[Date Prev] [Date Next] [Thread Prev] [Thread Next]

Esoteric Karma

Aug 18, 1995 09:27 PM
by Jerry Schueler

Fred: <Likewise, I acknowledge I may not understand the
distinction you draw between the esoteric and exoteric concepts
of Karma. Would you expand on them?>

Well, I thought that I did that. Maybe I can say the same thing
in another way? Exoteric karma is the "karma nemesis" described
by HPB in the SD. It is also very elegantly described by G de P
in several of his books. To my knowledge, no one has actually
come out and said that this is purely exoteric, and that an
inner, esoteric, meaning is also available. I have to admit that
this is my own idea (unless someone else can give me a good
quote?). However, it follows logically from the fact that the
exoteric version is an endless wheel rolling on virtually
forever. Now, many folks like this idea. And I am not terribly
against it myself. Just because something is exoteric, doesn't
mean that it is bad or wrong. Merely that it can be put into
words and conceived of within the human mind. When an idea can
be conceptualized, it becomes exoteric. Ideas that have not yet
been conceptualized, or that can only be partially so (like
infinity or eternality, or Thatness, or Beness for examples) are
said to be esoteric or hidden or occult. I reached the
conclusion in order to account for the Eastern idea of moksha
(liberation) and especially jivamukta/jivamukti (liberation while
living, or one who is able to become karma-less in her actions.
One is the person or jiva, while the other word is the process).
This notion of liberation while living can be found in both
Hinduism (Swami Ramakrishna talks a lot about it, for example),
and Buddhism (Tibetan Buddhism, especially, where the poet
Milarepa is but one example of one who accomplished this feat).
In short, the teachings says that our karma can be consumed in
the purifying fires of enlightenment which liberates us from the
necessity of further embodiment - of course we can always return
if we want to, to help others, for example as per the bodisattva
vow; but we no longer HAVE to. We become rather like captains of
our souls and we direct our future consciously rather than being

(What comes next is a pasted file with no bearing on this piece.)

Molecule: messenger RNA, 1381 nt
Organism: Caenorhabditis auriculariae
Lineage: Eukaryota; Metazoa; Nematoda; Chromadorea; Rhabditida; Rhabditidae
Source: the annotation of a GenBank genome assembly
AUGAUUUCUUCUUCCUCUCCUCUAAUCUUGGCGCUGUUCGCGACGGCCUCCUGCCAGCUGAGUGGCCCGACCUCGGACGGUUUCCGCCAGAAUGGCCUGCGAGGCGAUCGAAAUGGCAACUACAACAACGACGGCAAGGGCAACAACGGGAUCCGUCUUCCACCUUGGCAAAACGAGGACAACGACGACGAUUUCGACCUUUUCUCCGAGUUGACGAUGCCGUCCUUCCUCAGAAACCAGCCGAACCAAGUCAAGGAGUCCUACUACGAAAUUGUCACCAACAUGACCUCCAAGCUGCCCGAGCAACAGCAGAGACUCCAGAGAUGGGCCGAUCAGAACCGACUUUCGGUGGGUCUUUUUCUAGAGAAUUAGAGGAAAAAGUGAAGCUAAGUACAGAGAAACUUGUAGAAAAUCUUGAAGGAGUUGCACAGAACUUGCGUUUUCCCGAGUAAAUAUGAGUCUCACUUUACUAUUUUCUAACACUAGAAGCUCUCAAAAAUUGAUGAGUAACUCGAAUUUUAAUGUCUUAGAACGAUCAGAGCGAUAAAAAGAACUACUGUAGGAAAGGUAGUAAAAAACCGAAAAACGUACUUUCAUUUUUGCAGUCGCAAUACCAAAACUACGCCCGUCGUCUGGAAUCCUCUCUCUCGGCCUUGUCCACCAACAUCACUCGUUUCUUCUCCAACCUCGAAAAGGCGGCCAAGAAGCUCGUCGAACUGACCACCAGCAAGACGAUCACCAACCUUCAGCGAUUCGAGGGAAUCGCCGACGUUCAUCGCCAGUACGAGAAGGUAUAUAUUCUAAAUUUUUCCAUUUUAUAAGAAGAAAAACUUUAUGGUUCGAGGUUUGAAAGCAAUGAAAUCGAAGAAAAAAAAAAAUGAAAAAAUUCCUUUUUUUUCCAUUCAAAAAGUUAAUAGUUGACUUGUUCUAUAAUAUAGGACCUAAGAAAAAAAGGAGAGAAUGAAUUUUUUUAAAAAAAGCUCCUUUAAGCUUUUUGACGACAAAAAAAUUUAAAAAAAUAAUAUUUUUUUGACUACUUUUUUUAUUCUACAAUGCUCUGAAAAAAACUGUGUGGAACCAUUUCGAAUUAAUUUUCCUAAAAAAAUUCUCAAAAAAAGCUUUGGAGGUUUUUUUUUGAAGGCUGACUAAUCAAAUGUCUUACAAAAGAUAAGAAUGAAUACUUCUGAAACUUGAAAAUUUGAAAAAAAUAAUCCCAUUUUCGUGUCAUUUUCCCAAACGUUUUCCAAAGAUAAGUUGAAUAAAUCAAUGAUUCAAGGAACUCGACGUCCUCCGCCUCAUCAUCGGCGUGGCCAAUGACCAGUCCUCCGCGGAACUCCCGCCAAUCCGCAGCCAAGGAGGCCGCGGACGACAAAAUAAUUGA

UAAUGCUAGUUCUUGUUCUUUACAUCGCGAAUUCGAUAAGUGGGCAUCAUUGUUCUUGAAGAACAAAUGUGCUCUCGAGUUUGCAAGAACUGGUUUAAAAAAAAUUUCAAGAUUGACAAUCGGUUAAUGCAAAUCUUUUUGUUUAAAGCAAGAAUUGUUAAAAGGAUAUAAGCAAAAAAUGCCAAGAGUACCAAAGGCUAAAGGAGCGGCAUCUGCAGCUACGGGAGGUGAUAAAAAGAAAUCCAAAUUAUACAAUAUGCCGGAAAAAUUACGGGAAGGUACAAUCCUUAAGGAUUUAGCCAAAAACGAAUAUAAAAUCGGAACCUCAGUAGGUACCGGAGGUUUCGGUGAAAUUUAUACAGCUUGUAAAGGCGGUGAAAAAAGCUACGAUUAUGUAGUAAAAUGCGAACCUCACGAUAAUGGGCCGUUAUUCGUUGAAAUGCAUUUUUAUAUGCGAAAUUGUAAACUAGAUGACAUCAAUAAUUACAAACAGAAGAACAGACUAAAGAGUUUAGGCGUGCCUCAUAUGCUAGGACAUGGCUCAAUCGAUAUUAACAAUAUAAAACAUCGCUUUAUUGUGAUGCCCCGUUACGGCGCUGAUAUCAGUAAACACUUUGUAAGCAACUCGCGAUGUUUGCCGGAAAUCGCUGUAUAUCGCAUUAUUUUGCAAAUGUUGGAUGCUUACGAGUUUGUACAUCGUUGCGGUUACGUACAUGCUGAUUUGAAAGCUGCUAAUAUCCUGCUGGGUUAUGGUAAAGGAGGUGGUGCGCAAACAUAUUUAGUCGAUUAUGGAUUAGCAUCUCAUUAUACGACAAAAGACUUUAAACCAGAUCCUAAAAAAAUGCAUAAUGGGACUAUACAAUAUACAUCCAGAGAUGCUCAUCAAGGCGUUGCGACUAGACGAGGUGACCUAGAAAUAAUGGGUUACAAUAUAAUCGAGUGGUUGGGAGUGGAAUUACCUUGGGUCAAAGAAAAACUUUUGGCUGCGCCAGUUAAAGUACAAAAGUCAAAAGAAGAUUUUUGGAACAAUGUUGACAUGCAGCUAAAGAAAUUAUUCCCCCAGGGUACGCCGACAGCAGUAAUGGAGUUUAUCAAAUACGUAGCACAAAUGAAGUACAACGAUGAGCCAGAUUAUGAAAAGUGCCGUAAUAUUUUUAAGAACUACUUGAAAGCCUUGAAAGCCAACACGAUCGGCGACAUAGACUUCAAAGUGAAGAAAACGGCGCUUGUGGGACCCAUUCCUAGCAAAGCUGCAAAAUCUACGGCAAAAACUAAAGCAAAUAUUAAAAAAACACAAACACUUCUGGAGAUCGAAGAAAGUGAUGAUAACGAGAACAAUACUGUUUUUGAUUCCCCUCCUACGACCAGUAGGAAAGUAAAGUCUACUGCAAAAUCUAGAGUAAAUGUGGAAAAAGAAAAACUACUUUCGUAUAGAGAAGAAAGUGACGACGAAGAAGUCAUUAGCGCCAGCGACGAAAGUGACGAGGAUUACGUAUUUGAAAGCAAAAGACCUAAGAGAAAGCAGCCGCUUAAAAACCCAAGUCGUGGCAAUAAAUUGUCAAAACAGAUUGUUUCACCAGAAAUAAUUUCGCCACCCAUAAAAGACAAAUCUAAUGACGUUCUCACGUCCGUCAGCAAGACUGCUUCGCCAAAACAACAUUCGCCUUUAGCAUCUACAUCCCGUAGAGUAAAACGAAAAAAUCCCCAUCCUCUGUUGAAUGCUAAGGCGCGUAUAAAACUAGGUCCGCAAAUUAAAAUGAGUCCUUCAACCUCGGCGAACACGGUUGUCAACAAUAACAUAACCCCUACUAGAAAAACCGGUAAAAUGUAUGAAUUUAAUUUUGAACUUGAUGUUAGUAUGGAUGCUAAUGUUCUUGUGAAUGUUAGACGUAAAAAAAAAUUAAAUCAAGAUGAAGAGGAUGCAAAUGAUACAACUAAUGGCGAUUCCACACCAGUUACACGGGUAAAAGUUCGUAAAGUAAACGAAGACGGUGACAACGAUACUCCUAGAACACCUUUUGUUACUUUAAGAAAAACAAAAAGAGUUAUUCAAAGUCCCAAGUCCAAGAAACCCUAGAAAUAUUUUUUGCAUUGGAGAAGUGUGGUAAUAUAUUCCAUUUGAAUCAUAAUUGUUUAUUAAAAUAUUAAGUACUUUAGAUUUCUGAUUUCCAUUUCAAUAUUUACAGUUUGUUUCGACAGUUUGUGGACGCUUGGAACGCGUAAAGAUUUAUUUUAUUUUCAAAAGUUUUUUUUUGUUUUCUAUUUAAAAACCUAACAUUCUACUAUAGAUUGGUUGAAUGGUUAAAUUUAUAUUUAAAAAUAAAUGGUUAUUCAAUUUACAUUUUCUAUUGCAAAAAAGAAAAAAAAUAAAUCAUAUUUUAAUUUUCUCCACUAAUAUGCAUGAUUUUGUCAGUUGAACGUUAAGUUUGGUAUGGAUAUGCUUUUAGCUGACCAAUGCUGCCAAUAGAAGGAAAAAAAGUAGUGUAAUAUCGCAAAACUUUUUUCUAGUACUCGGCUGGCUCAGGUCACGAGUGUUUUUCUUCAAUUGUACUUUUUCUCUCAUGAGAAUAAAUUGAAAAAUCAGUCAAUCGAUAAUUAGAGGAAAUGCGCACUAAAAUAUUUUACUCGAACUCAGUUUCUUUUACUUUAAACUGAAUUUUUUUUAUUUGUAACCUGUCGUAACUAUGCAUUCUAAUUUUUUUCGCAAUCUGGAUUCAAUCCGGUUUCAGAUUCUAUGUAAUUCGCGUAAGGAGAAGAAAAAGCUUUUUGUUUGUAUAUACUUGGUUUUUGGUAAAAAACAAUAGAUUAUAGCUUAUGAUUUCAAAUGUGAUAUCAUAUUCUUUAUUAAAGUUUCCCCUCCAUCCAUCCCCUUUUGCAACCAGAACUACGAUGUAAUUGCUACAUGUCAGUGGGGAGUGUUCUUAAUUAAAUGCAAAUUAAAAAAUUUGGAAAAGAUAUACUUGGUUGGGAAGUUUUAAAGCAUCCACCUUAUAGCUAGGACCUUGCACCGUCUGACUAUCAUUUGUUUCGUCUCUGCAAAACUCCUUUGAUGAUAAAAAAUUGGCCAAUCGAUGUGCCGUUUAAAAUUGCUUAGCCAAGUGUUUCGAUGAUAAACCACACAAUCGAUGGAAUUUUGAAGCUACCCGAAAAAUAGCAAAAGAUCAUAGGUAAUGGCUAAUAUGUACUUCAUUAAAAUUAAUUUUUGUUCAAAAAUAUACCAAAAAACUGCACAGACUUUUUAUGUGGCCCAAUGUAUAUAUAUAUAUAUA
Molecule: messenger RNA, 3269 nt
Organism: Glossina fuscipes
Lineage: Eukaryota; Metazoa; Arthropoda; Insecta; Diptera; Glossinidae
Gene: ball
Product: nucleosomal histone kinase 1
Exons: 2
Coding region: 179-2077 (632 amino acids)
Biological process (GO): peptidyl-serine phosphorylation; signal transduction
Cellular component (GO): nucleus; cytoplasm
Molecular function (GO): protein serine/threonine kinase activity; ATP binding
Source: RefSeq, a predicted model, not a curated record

blown about by the winds of karma. I would compare this to the
process of having lucid dreams at night, where we can direct and
consciously change our dream content.

In order for moksha to work (i.e., in order for us to be able to
eliminate our personal karma - our collective or group karma is
something else and pertains only to the bodisattva) karma cannot
really exist as an endless chain of cause and effect. In short,
the equation karma=causality must only be partially true, or
seemingly true. Some other factor must exist that can alter this
equation. I would say it this way: karma=causality+chaos, where
chaos is the "chaos factor" (i.e, it is unpredictible) that is
currently hidden (and thus esoteric) behind the scenes.
Causality simply cannot account for everything - or moksha (and
most ESP and psychic experiences, for that matter) cannot be
real. Take your pick. The conclusion that I reached based on
moksha, that causality cannot account for everything, was
discussed by Carl Jung as part of his explanation for his theory
of synchronicity.

But things get even weirder. Having just stated that a chaos
factor is needed to explain breaks in the law of causality, I now
must state that moksha itself is under the law of karma in that
it is the effect of long lifetimes of hard work - i.e., of
treading the Path. OK, so where does chaos come in? It comes
into play in the sense that WHEN liberation occurs is totally
unpredictable. Zen Buddhism, for example, has a great many
stories showing that enlightenment or satori can come to one at
any time; the most everyday natural event can trigger the event
in a way that is very much like that described in chaos theory
when a complex system is pulled by a strange attractor into an
unstable condition.

Jerry S.

[Back to Top]

Theosophy World: Dedicated to the Theosophical Philosophy and its Practical Application